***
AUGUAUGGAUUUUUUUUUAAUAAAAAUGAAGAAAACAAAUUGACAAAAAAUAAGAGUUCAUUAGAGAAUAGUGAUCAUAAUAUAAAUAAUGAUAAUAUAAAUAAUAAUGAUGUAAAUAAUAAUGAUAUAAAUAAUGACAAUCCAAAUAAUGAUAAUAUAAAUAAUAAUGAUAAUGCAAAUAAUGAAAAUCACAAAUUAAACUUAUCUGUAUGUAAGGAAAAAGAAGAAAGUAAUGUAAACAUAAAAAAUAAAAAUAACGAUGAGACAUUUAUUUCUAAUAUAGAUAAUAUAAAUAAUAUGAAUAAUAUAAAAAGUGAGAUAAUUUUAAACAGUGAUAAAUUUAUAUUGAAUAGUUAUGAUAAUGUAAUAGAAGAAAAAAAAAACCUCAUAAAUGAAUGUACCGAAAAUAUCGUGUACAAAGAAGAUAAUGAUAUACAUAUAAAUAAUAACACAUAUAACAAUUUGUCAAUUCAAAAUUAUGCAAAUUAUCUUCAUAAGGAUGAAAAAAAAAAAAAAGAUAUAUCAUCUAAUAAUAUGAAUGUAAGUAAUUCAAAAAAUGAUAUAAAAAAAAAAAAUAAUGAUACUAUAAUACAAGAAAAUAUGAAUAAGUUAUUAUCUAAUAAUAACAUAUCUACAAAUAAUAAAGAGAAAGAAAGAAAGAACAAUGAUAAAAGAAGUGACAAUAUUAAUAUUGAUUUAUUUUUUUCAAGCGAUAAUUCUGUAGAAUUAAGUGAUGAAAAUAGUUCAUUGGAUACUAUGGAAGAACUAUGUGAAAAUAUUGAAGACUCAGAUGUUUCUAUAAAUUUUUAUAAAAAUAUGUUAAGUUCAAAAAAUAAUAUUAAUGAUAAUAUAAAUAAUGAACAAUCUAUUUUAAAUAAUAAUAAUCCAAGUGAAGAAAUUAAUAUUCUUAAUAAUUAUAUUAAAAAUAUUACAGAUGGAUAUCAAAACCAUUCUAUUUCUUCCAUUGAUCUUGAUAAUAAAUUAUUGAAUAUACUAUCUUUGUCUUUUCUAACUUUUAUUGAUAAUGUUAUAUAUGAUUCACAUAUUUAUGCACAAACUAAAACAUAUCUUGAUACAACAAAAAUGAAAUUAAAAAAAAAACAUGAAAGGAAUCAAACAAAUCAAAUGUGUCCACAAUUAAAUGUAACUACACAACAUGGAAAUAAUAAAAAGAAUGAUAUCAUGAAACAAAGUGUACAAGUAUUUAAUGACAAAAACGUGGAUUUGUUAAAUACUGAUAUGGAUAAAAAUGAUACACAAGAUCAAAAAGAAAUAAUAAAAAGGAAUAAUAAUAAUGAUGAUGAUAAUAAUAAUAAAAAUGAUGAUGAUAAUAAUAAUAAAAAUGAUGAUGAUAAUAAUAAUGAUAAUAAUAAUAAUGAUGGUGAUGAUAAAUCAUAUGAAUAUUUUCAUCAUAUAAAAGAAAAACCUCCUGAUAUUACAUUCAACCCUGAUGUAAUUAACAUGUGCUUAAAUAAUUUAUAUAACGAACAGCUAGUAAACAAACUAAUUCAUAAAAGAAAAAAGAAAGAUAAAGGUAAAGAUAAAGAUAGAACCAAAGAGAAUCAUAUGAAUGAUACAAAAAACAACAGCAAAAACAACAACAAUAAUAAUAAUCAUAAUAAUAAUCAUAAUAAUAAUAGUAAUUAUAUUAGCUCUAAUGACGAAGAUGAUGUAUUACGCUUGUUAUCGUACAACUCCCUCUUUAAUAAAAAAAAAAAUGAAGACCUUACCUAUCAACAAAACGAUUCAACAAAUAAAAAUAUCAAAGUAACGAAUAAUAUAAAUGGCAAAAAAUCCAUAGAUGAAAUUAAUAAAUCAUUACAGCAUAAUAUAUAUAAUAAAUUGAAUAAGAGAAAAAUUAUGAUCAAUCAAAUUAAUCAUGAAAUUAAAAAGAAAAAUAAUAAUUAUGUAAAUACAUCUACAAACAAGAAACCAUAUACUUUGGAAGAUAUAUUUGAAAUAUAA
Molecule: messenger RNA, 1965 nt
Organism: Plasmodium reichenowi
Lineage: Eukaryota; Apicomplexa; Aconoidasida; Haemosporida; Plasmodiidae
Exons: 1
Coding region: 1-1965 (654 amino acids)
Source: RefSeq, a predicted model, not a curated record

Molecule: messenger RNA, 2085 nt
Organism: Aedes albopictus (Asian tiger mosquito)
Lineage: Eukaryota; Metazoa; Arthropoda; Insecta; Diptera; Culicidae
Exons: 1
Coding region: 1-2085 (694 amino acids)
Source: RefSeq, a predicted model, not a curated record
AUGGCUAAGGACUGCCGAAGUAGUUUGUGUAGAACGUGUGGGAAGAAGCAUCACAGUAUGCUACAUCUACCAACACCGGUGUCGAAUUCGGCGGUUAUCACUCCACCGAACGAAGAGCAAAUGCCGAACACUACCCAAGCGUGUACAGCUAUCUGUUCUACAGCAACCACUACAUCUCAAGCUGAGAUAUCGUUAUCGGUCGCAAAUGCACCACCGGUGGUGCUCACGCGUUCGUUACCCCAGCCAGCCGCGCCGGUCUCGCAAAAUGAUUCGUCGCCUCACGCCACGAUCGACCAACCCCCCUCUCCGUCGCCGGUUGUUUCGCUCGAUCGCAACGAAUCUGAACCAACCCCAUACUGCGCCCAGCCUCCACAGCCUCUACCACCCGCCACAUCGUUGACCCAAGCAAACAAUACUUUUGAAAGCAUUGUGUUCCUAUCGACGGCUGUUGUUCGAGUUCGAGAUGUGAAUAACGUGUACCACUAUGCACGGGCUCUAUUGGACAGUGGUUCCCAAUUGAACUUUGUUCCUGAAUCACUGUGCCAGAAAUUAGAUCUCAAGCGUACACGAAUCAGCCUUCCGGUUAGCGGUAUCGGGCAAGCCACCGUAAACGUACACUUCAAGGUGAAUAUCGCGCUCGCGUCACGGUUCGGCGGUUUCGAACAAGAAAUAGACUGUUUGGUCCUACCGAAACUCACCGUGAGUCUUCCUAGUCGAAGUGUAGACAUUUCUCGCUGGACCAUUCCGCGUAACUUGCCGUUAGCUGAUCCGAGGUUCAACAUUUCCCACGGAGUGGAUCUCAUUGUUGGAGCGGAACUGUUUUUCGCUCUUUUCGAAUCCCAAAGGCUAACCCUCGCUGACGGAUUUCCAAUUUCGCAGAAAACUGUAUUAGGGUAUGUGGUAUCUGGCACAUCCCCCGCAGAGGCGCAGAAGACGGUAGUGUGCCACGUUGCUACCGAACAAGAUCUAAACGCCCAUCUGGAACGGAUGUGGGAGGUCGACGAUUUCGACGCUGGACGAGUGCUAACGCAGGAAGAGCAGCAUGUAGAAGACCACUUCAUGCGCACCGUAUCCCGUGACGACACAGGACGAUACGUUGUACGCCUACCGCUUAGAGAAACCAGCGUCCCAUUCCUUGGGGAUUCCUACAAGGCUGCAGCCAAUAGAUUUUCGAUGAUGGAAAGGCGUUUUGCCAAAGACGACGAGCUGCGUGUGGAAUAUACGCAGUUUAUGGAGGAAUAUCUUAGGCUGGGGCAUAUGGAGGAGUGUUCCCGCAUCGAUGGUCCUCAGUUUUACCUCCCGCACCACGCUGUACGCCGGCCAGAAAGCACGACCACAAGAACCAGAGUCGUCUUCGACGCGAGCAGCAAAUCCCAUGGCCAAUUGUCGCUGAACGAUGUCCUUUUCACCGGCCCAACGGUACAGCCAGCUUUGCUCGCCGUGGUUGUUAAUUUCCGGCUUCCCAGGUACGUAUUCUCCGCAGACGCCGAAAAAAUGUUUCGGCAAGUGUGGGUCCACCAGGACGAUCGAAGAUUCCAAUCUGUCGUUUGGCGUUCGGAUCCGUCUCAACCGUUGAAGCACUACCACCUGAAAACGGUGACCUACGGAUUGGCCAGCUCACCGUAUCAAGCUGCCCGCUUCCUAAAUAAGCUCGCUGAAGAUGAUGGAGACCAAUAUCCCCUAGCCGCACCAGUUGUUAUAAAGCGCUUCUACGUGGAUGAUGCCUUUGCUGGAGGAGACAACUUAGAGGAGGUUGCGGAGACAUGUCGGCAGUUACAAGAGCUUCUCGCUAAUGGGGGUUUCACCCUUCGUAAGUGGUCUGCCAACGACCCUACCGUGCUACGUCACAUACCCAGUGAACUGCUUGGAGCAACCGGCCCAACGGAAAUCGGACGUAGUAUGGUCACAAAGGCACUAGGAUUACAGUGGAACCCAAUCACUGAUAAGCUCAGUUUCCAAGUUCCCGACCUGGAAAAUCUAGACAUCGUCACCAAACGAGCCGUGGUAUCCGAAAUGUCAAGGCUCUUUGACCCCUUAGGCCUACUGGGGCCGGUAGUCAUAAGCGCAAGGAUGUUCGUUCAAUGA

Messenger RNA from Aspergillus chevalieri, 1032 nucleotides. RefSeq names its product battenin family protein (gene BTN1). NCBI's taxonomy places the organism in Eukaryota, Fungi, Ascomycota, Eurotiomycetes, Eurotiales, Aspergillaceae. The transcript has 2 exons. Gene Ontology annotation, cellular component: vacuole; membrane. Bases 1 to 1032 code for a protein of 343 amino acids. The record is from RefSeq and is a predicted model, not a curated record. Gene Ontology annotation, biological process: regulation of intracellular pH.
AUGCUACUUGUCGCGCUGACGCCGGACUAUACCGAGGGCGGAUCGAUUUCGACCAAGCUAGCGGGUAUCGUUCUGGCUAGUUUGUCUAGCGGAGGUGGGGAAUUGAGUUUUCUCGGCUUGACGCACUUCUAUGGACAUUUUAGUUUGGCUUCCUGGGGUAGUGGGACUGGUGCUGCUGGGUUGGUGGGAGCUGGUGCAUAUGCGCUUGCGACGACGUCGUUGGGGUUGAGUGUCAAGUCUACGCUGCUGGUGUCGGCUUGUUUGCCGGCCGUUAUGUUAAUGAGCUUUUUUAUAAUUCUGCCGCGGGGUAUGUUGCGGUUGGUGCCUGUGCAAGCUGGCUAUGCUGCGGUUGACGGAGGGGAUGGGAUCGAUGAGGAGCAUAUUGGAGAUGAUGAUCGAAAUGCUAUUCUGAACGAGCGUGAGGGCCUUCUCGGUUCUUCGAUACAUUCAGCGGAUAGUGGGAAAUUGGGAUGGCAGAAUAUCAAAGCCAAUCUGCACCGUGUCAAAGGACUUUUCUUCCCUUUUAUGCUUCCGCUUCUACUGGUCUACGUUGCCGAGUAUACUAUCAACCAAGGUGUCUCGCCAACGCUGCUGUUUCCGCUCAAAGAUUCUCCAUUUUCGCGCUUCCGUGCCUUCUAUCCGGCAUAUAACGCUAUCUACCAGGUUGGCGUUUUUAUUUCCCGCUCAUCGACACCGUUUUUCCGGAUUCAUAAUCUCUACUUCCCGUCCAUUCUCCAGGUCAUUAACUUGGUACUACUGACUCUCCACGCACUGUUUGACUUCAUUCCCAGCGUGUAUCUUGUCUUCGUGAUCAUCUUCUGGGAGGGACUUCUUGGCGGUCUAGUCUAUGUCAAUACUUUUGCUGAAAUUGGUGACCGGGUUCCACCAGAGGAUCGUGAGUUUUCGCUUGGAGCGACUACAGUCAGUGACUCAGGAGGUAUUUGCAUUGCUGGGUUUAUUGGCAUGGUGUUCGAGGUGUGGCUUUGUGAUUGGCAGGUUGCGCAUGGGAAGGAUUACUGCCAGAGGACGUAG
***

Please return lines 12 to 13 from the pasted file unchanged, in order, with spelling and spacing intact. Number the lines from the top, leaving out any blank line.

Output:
Coding region: 1-2085 (694 amino acids)
Source: RefSeq, a predicted model, not a curated record